The problem may be the phrase \"advocacy\", which does raise lots of justified concerns. I\'d love to see newspapers evaluate the facts behind the various positions on major issues, instead of \'balanced\' coverage that gives equal weight to the \'he-said, she-said\' positions. That would accomplish much of what Steve wants, in the case of global warming — not to mention serving the public. I think it\'s very clear by now that the warming-deniers are, well, wrong (to put it politely). Newspapers shouldn\'t be afraid to say so.

  4. Nick
    Nick 10 years ago .Reply

    Journalists, no matter how hard they try, will be labeled too liberal or too conservative by one group or another. The problem with that is then it makes our community afraid to tackle testy issues. Conservative-leaning groups have done an excellent job over the past 30 years labeling anything that comes from the news media (or the news media itself) as \"liberal,\" even if it is factual. It\'s a fallacy in debate — calling something liberal or conservative without actually addressing the factual problems (if there are any.)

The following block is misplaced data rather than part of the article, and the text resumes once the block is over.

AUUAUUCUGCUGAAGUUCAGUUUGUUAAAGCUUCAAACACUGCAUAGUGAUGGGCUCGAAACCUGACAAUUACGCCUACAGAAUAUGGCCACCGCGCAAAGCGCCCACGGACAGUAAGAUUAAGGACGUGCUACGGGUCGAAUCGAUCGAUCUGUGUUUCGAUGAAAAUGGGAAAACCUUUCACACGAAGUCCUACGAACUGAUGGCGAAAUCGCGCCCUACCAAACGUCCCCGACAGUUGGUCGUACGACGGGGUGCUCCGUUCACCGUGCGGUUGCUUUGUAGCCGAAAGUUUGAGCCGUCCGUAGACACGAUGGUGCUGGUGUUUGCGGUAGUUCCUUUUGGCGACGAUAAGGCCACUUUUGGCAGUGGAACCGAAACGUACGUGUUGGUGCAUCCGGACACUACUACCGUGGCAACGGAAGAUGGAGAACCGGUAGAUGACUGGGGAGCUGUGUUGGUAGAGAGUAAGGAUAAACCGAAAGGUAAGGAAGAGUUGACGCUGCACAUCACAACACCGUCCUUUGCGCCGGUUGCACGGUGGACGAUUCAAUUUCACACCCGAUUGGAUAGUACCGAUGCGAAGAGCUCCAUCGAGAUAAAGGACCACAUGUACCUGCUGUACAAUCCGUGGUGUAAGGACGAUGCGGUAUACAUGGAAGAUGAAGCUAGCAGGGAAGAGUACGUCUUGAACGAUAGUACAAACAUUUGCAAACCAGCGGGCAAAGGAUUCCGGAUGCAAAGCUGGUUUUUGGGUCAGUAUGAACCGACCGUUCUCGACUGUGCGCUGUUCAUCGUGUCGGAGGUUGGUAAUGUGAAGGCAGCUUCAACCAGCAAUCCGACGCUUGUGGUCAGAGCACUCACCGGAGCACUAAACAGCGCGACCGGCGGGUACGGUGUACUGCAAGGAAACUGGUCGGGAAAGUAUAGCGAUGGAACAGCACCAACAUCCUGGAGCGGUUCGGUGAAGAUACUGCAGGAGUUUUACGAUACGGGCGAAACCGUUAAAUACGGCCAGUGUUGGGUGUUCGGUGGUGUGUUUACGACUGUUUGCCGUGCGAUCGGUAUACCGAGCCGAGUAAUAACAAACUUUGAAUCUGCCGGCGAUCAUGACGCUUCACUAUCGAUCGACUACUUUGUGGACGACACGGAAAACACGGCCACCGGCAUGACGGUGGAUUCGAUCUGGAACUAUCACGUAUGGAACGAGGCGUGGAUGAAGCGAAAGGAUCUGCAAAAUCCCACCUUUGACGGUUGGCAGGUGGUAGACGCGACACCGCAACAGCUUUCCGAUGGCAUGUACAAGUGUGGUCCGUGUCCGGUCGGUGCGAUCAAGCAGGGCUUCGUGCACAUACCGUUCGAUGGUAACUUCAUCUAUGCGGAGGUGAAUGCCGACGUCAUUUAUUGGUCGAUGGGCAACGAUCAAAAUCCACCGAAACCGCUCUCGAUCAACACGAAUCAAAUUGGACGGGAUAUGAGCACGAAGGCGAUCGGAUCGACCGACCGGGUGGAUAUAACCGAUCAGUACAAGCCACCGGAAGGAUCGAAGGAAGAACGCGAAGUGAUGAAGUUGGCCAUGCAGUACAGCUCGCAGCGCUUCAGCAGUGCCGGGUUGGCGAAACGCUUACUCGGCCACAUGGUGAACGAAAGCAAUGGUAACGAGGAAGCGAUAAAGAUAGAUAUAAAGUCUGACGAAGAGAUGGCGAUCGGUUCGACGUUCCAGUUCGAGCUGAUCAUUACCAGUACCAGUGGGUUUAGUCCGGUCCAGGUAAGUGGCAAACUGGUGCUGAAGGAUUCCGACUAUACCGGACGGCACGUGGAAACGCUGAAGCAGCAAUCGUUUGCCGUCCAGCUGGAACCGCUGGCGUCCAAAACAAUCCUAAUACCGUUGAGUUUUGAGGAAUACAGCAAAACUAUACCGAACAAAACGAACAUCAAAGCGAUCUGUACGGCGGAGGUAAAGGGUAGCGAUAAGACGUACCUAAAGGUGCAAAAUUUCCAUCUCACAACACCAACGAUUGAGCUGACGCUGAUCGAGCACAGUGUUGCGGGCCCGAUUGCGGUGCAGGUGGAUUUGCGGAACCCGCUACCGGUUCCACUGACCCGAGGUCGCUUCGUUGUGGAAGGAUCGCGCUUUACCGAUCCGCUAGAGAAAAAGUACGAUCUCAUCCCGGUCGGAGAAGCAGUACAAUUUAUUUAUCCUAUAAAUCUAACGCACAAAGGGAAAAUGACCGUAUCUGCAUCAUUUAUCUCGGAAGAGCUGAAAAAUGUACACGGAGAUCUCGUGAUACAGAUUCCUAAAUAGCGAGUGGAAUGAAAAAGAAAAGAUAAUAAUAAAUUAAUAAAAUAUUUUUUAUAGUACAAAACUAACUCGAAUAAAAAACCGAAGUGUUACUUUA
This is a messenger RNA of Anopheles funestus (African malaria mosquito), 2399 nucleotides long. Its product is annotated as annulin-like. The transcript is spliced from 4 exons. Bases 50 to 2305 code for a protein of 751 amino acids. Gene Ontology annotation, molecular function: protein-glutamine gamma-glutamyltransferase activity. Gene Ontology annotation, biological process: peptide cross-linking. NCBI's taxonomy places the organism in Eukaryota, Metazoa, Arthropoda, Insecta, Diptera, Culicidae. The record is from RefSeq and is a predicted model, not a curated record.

5. Amy Gahran
    Amy Gahran 10 years ago .Reply

    Steve, this is very interesting to me. Among other things I\'m a longtime environment/energy journalist and I\'m very active in the Society of Environmental Journalists.

    Many journalists on the environment beat face a constant battle in and out of the newsroom — namely, they\'re often accused of bias or partisanship *simply for being on the environment beat.* That wears on them, and some of them get pretty defensive about it — maybe even reactionary. In other cases, editors are the ones who fear accusations of bias and require or insert the \"he said, she said\" approach to climate coverage.